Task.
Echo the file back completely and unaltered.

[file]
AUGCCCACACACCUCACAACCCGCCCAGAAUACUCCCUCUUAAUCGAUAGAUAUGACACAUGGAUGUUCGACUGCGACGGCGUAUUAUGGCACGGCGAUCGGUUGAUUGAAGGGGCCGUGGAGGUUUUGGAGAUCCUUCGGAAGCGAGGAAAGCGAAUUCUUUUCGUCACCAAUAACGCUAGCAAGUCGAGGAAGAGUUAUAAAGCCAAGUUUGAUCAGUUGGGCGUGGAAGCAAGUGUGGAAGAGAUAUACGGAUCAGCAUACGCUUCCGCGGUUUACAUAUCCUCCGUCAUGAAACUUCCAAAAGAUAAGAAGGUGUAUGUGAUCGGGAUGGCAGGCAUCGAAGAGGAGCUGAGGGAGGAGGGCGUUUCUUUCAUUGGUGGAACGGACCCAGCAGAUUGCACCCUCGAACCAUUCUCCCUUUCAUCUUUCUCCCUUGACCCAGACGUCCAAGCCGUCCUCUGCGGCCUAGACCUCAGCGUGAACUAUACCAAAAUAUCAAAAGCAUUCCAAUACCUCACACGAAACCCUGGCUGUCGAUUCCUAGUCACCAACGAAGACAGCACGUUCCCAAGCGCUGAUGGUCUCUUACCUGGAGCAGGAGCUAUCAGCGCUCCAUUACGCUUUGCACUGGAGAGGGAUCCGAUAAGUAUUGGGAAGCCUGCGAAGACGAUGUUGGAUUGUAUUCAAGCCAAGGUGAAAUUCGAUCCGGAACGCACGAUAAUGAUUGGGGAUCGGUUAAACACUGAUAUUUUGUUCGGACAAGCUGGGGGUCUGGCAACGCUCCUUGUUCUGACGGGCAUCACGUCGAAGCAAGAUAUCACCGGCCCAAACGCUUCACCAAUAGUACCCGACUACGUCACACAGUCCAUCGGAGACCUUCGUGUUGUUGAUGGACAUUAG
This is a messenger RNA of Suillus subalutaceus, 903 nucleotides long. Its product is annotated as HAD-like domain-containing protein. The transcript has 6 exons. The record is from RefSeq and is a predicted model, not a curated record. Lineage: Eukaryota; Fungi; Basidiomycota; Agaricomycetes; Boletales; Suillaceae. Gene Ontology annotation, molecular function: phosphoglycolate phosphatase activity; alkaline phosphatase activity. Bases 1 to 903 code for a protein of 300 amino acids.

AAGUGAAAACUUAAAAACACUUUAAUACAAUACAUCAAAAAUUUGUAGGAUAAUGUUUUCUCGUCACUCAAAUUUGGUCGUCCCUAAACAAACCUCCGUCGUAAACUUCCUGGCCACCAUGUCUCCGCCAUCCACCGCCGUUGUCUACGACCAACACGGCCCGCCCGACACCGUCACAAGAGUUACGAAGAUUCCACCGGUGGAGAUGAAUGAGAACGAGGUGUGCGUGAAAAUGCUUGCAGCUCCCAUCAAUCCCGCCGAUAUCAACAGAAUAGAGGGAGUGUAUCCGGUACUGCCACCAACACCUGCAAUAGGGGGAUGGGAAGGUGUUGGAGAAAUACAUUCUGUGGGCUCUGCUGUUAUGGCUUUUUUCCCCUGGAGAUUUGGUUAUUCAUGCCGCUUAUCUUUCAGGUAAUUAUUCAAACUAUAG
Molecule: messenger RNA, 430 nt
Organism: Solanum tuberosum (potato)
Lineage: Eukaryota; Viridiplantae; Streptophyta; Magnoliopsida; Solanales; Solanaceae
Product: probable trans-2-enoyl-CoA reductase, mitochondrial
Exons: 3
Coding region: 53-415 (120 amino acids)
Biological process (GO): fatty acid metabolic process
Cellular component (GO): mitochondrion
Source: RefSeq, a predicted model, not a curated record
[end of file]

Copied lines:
AUGCCCACACACCUCACAACCCGCCCAGAAUACUCCCUCUUAAUCGAUAGAUAUGACACAUGGAUGUUCGACUGCGACGGCGUAUUAUGGCACGGCGAUCGGUUGAUUGAAGGGGCCGUGGAGGUUUUGGAGAUCCUUCGGAAGCGAGGAAAGCGAAUUCUUUUCGUCACCAAUAACGCUAGCAAGUCGAGGAAGAGUUAUAAAGCCAAGUUUGAUCAGUUGGGCGUGGAAGCAAGUGUGGAAGAGAUAUACGGAUCAGCAUACGCUUCCGCGGUUUACAUAUCCUCCGUCAUGAAACUUCCAAAAGAUAAGAAGGUGUAUGUGAUCGGGAUGGCAGGCAUCGAAGAGGAGCUGAGGGAGGAGGGCGUUUCUUUCAUUGGUGGAACGGACCCAGCAGAUUGCACCCUCGAACCAUUCUCCCUUUCAUCUUUCUCCCUUGACCCAGACGUCCAAGCCGUCCUCUGCGGCCUAGACCUCAGCGUGAACUAUACCAAAAUAUCAAAAGCAUUCCAAUACCUCACACGAAACCCUGGCUGUCGAUUCCUAGUCACCAACGAAGACAGCACGUUCCCAAGCGCUGAUGGUCUCUUACCUGGAGCAGGAGCUAUCAGCGCUCCAUUACGCUUUGCACUGGAGAGGGAUCCGAUAAGUAUUGGGAAGCCUGCGAAGACGAUGUUGGAUUGUAUUCAAGCCAAGGUGAAAUUCGAUCCGGAACGCACGAUAAUGAUUGGGGAUCGGUUAAACACUGAUAUUUUGUUCGGACAAGCUGGGGGUCUGGCAACGCUCCUUGUUCUGACGGGCAUCACGUCGAAGCAAGAUAUCACCGGCCCAAACGCUUCACCAAUAGUACCCGACUACGUCACACAGUCCAUCGGAGACCUUCGUGUUGUUGAUGGACAUUAG
This is a messenger RNA of Suillus subalutaceus, 903 nucleotides long. Its product is annotated as HAD-like domain-containing protein. The transcript has 6 exons. The record is from RefSeq and is a predicted model, not a curated record. Lineage: Eukaryota; Fungi; Basidiomycota; Agaricomycetes; Boletales; Suillaceae. Gene Ontology annotation, molecular function: phosphoglycolate phosphatase activity; alkaline phosphatase activity. Bases 1 to 903 code for a protein of 300 amino acids.

AAGUGAAAACUUAAAAACACUUUAAUACAAUACAUCAAAAAUUUGUAGGAUAAUGUUUUCUCGUCACUCAAAUUUGGUCGUCCCUAAACAAACCUCCGUCGUAAACUUCCUGGCCACCAUGUCUCCGCCAUCCACCGCCGUUGUCUACGACCAACACGGCCCGCCCGACACCGUCACAAGAGUUACGAAGAUUCCACCGGUGGAGAUGAAUGAGAACGAGGUGUGCGUGAAAAUGCUUGCAGCUCCCAUCAAUCCCGCCGAUAUCAACAGAAUAGAGGGAGUGUAUCCGGUACUGCCACCAACACCUGCAAUAGGGGGAUGGGAAGGUGUUGGAGAAAUACAUUCUGUGGGCUCUGCUGUUAUGGCUUUUUUCCCCUGGAGAUUUGGUUAUUCAUGCCGCUUAUCUUUCAGGUAAUUAUUCAAACUAUAG
Molecule: messenger RNA, 430 nt
Organism: Solanum tuberosum (potato)
Lineage: Eukaryota; Viridiplantae; Streptophyta; Magnoliopsida; Solanales; Solanaceae
Product: probable trans-2-enoyl-CoA reductase, mitochondrial
Exons: 3
Coding region: 53-415 (120 amino acids)
Biological process (GO): fatty acid metabolic process
Cellular component (GO): mitochondrion
Source: RefSeq, a predicted model, not a curated record